enter image description here

Now the user has something to do - ie look at the initial results.

Then when you have results ready or are preparing results in such a way that you know how long it will take then you start indicating via a progress meter that the results are being processed and about to be added.

enter image description here

This will allow the user to see that an update to the results is about to happen. They will learn after only one or two goes that the results will be updated when the progress meter reaches full circle...

enter image description here

Ideally it shouldn't take more than a couple of seconds otherwise user will get fed up with waiting. But also, it should take a minimum amount of time such that the user can see the results are about to be updated and for the last second they will not click/tap on an existing result, while they wait for the results to be updated.

enter image description here

Then the results will actually get updated, and although the results are sorted in order of relevance (?) the user can see which of the results are from the new source.

enter image description here

Finally, when all results have been fetched, the header changes to show more relevant information like number of results or whatever the user may be interested in.

enter image description here

share|improve this answer
    
Piano guys ! :D –  rk. Jun 17 '13 at 14:14
add comment

I bet these results will be clickable, so as more results are added, some of the formerly displayed results will go lower. I hate it when e.g. I want to click a link/button on a site and then an ad loads at the top of the page and everything goes down, so - as a result - I click something completely different than intended, something that has just "slid under" mu cursor. In your case it is going to be similar, so, unfortunately, something that is good as an idea in this case will crush on the rocks of implementation limitations.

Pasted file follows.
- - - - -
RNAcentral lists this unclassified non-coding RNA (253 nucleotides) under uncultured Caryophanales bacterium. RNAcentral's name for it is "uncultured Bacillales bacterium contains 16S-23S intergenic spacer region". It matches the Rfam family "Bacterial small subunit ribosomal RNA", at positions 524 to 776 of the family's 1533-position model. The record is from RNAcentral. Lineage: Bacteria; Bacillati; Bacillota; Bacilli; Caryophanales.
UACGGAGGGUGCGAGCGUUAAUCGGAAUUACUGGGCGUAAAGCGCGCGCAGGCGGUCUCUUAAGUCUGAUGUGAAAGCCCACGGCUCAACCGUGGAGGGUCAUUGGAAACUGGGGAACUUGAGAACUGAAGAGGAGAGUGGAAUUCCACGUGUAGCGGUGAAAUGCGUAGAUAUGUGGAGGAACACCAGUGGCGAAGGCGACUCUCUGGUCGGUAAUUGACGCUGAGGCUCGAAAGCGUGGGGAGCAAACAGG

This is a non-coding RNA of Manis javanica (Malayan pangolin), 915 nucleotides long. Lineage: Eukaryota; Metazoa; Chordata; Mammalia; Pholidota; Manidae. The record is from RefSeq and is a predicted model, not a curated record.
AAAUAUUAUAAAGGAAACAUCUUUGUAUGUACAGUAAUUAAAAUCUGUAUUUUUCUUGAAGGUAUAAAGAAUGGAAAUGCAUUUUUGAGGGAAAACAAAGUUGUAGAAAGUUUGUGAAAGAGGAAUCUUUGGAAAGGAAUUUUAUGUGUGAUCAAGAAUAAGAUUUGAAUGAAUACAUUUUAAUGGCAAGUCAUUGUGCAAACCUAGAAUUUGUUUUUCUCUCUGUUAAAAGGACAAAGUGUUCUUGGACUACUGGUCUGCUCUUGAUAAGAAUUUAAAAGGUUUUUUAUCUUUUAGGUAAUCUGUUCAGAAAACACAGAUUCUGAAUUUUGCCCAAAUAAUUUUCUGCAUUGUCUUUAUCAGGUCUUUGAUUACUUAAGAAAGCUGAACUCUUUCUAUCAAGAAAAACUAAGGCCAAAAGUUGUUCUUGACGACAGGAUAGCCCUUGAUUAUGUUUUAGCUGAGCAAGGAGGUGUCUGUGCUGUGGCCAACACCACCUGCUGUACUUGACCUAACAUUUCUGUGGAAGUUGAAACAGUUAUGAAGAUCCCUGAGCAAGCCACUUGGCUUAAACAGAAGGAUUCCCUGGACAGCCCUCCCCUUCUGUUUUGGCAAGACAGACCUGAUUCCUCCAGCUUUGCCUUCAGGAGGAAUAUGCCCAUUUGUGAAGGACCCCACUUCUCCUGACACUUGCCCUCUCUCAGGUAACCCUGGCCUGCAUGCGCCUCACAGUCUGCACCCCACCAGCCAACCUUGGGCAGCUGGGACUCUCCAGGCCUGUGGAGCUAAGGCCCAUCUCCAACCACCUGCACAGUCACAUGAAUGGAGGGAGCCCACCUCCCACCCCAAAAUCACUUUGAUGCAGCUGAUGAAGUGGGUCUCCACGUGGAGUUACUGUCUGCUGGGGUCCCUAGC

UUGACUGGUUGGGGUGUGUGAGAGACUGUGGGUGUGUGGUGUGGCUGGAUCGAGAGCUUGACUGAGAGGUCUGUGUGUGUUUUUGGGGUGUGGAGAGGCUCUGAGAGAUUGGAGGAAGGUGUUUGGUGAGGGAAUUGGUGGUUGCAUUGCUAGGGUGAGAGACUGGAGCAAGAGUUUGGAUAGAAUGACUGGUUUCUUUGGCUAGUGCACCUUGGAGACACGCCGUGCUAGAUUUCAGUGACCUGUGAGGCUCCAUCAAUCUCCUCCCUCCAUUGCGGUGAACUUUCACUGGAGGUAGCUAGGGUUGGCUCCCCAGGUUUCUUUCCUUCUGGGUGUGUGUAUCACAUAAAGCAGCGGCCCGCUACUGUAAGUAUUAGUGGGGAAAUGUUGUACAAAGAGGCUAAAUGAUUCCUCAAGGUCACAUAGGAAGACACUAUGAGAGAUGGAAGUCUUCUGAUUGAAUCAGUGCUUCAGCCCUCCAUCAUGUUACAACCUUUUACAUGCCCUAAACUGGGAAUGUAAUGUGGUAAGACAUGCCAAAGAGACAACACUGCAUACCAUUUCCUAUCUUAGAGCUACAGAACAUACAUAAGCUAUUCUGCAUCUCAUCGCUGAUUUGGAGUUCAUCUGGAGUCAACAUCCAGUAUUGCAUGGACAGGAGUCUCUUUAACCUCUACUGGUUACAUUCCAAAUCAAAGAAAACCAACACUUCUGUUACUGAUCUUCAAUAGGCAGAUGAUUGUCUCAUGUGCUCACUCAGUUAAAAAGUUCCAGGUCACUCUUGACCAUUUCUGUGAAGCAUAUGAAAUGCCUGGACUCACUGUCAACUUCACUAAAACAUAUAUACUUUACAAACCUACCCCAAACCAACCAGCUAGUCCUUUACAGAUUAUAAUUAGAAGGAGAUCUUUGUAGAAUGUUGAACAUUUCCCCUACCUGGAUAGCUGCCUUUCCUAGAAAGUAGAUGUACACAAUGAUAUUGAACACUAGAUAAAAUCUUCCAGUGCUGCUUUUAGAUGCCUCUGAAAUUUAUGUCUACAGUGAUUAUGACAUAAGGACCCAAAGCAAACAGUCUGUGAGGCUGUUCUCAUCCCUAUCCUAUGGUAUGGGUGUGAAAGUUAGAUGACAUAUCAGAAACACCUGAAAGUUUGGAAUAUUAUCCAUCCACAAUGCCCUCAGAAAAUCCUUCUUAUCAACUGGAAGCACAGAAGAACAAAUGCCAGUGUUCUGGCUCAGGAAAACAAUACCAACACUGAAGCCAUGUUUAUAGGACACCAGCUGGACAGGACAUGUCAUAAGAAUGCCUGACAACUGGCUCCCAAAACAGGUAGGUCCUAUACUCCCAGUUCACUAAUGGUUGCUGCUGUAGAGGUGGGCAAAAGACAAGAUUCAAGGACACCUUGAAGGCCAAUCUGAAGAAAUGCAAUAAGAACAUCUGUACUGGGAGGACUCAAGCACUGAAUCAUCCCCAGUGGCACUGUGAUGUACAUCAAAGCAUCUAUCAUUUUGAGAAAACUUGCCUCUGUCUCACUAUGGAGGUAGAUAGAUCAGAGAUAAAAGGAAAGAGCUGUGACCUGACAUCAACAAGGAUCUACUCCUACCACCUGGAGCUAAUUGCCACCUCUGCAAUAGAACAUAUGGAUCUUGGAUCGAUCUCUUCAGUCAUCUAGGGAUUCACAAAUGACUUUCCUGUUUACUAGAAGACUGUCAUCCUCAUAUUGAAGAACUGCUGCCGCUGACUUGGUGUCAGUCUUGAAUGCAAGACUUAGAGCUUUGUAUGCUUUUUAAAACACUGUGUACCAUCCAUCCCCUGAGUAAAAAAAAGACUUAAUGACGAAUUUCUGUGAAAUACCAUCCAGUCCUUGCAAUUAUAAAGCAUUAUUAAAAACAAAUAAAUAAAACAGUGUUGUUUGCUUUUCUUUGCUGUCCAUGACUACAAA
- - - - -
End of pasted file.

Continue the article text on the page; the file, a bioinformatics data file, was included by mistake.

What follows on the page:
What is left, is either preventing users from clicking (by delaying the click ability of the results until the last result arrives) or splitting the results into two lists, e.g. displayed side by side. None of these is 100% good, but I think that these are better than your solution (or, to be precise: less bad). But as I said, this is only due to API returning results delay, the idea is, of course good.

share|improve this answer
1  
What if there are 4 or 10 sources? Would guess there should exist a neat solution invariant wrt the number of streams. –  Deer Hunter Jun 17 '13 at 3:33
    
That's true. For two sources - it would be fine to display it in columns, for more - maybe tabbed interface. I'm just saying that given the 'underlying limitations' it is impossible for the system to work as initially intended. There is simply no perfect solution in this case. Technical limitations, especially these addressing functionality itself and performance, are strong factors shaping the general user experience about the system. However, I do like the "Quick results" idea given by @AlexeyKolchenko, so +1 for his answer (and for your comment as well). –  Dominik Oslizlo Jun 17 '13 at 7:17
add comment

Your Answer

 
discard

By posting your answer, you agree to the privacy policy and terms of service.

Not the answer you're looking for? Browse other questions tagged or ask your own question.